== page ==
A fresh installment in the Tomb Raider video game series, Rise of the Tomb Raider, is visible on the horizon, but it's not clear just how far away the developing Tomb Raider movie franchise reboot is, by comparison. Official details on the latter project have yet to be announced, but the general expectation is that the new film will provide a big screen origin story for intrepid explorer and adventurer Lara Croft (much like the Tomb Raider (2013) video game reboot did).
Scripting duties on the Tomb Raider film reboot are being handled by Evan Daugherty, the screenwriter behind such female protagonist-led tentpoles as Snow White and the Huntsman and Divergent, as well as the co-writer on the TMNT movie reboot. Back in February 2015, MGM and Warner Bros. (which are partnering on the project) were reported to have fast-tracked the development process for Miss Croft's next cinematic adventure, and it sounds as though that remains the case now.
Heroic Hollywood founder Umberto Gonzalez is reporting that Daughtery's Tomb Raider script is out to directors now, and that currently MGM/WB are looking for a female director to oversee the project. This brings to mind the situation with WB's DC comic book adaptation Wonder Woman back in 2014, where the studio was also looking for a woman to direct - which it found in Michelle MacLaren (Breaking Bad), before the two parted over creative differences and Monster helmsman Patty Jenkins (who almost directed Thor: The Dark World) took on that job, instead.
Now, when it comes to their lucrative IPs, studios go with the director that they believe will deliver the best end result - as Marvel President of Production Kevin Feige recently noted, while he talked about upcoming superhero films with non-white and/or non-male protagonist (like Captain Marvel). That will no doubt be the case with Tomb Raider too, which is why someone like MacLaren (whose excellent TV work has brought her attention from multiple film studios) is almost certainly among those who will be given serious consideration to take on the new Lara Croft film.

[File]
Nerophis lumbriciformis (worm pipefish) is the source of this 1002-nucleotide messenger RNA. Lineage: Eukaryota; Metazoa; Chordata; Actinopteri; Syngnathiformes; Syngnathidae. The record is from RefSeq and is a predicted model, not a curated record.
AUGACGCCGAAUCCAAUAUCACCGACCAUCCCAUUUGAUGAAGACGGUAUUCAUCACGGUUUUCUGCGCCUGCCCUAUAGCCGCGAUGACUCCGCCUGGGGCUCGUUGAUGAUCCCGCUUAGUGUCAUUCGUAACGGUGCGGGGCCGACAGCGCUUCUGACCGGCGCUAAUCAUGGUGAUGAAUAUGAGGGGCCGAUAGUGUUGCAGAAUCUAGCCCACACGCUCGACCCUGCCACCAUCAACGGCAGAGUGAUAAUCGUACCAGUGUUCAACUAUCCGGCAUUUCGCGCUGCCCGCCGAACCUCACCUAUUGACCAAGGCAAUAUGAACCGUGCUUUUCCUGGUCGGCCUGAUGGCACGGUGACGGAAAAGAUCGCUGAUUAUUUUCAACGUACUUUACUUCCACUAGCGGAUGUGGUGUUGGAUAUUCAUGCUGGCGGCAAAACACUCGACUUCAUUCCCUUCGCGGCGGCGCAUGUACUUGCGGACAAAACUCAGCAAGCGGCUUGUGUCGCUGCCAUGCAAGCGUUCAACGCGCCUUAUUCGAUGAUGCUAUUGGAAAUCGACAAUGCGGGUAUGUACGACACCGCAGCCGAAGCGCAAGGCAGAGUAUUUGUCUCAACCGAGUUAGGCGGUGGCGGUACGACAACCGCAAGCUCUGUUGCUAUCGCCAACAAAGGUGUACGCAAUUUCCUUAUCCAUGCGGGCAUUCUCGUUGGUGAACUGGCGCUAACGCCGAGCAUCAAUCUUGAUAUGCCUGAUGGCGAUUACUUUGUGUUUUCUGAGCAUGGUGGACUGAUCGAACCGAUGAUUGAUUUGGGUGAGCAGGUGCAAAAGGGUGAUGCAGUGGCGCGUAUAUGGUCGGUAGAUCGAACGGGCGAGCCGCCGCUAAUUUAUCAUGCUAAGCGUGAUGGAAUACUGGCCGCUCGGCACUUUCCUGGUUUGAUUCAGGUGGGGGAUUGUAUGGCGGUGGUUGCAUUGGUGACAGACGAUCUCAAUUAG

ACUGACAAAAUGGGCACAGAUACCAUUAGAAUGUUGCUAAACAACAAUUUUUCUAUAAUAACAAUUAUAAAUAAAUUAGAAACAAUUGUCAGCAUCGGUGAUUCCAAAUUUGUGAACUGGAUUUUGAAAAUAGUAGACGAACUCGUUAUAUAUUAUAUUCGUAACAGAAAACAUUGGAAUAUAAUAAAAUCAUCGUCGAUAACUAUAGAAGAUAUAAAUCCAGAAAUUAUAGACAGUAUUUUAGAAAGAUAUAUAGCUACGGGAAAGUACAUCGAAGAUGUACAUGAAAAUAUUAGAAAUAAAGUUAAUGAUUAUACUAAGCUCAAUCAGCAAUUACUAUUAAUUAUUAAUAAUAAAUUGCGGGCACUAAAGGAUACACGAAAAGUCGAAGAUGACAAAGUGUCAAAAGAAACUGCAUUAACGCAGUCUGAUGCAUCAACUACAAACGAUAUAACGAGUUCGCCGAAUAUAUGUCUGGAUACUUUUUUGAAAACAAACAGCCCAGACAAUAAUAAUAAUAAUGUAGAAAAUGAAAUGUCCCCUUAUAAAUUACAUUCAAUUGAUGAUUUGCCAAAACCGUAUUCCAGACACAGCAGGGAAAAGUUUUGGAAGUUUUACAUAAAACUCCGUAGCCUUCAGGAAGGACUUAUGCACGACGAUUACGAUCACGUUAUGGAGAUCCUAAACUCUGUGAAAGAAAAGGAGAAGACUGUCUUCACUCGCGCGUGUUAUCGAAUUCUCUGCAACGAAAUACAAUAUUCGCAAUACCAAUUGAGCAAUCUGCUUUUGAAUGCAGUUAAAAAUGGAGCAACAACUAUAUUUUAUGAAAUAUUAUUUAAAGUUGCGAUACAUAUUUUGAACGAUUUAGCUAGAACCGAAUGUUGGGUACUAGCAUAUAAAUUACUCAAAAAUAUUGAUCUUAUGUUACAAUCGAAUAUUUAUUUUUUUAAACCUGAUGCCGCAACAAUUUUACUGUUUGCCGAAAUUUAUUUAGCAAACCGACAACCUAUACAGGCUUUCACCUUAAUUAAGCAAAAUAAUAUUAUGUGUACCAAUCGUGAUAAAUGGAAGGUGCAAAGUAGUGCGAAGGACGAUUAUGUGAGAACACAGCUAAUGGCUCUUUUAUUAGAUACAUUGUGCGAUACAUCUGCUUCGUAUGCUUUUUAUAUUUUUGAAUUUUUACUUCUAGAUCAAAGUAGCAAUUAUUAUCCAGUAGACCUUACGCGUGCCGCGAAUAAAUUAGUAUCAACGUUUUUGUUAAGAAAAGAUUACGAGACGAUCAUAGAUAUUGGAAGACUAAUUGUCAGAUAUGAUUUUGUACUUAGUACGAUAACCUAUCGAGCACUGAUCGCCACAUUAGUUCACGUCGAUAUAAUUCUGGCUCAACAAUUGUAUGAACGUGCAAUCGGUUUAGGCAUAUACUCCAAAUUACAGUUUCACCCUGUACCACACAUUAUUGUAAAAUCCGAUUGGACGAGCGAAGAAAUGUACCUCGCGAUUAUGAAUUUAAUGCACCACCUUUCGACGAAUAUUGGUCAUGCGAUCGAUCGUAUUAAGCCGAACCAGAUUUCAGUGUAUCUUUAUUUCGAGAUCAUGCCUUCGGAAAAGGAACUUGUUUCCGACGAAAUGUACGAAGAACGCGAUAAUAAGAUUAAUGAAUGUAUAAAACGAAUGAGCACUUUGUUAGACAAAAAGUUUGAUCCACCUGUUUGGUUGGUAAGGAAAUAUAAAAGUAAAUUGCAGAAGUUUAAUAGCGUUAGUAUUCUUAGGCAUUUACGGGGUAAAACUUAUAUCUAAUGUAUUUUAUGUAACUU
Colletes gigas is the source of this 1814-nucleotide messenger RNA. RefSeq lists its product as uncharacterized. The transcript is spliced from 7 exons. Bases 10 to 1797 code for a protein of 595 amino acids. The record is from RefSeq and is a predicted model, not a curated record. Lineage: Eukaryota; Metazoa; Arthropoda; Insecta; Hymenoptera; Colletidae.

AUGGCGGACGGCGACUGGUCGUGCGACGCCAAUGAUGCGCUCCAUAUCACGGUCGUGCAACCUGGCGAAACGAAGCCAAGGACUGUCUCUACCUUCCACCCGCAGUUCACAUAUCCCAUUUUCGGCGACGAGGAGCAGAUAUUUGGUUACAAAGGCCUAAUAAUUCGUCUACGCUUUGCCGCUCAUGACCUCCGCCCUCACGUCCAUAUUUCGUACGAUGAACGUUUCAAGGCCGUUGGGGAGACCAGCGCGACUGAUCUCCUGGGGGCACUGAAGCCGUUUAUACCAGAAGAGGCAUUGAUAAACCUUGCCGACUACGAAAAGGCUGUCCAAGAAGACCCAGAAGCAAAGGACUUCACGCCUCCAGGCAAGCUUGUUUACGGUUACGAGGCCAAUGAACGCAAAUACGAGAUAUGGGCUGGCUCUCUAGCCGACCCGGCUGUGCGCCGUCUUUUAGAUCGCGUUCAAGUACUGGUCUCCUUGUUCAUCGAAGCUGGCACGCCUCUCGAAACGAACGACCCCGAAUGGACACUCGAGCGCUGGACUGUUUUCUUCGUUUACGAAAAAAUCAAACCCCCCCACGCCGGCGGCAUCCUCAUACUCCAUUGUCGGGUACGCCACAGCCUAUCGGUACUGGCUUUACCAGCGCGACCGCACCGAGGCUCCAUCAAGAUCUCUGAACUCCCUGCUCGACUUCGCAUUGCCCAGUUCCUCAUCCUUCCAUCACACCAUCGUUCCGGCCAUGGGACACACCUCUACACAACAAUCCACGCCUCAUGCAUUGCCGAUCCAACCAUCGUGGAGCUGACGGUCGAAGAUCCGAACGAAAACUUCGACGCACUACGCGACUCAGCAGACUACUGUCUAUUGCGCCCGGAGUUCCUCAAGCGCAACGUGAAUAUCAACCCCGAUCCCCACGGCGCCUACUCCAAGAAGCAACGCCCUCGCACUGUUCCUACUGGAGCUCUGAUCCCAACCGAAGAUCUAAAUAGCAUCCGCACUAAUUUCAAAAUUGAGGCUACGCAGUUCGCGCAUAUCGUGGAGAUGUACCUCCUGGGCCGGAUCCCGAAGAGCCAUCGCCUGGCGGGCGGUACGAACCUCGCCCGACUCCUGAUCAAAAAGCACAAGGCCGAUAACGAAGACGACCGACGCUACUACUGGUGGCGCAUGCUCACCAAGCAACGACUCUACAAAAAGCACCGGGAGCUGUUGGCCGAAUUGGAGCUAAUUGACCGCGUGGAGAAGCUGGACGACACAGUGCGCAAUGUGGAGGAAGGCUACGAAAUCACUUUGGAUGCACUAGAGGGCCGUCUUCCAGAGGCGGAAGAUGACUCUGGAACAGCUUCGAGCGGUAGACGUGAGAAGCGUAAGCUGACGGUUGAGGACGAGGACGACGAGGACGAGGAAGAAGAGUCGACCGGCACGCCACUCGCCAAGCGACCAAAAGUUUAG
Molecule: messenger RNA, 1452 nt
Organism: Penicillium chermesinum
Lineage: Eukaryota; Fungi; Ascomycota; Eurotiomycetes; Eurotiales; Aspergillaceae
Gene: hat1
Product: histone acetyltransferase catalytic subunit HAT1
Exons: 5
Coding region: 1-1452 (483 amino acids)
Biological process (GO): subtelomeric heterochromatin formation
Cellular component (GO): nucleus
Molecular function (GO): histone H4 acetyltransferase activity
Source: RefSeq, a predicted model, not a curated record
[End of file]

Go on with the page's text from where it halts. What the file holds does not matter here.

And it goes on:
The Angelina Jolie Tomb Raider movies from the early 2000s are similar to many superhero films that were being released at that time; they're cheesy and flashy big screen takes on the source property, as opposed to the sort of more grounded and serious treatment that Lara Croft tends to get nowadays, in video game form. The involvement of Daugherty as writer indicates that MGM/WB intends to give the world of Lara Croft a similar modern action/thriller makeover on the big screen, and there are plenty of female directors out there who can put together a solid Tomb Raider movie reboot in that same vein.
Forward momentum appears to be on Tomb Raider's side right now, but best to keep in mind: recently, the video game film Uncharted (reportedly) went back to square one (... again) after being dropped by another director - even though that series, like Tomb Raider, has a fresh video game installment on the horizon. Maybe Lara Croft will have better luck making her way (back) to the big screen than fellow adventurer Nathan Drake has.
We'll continue to keep you posted on development for Tomb Raider as more information is made available.
Source: Heroic Hollywood
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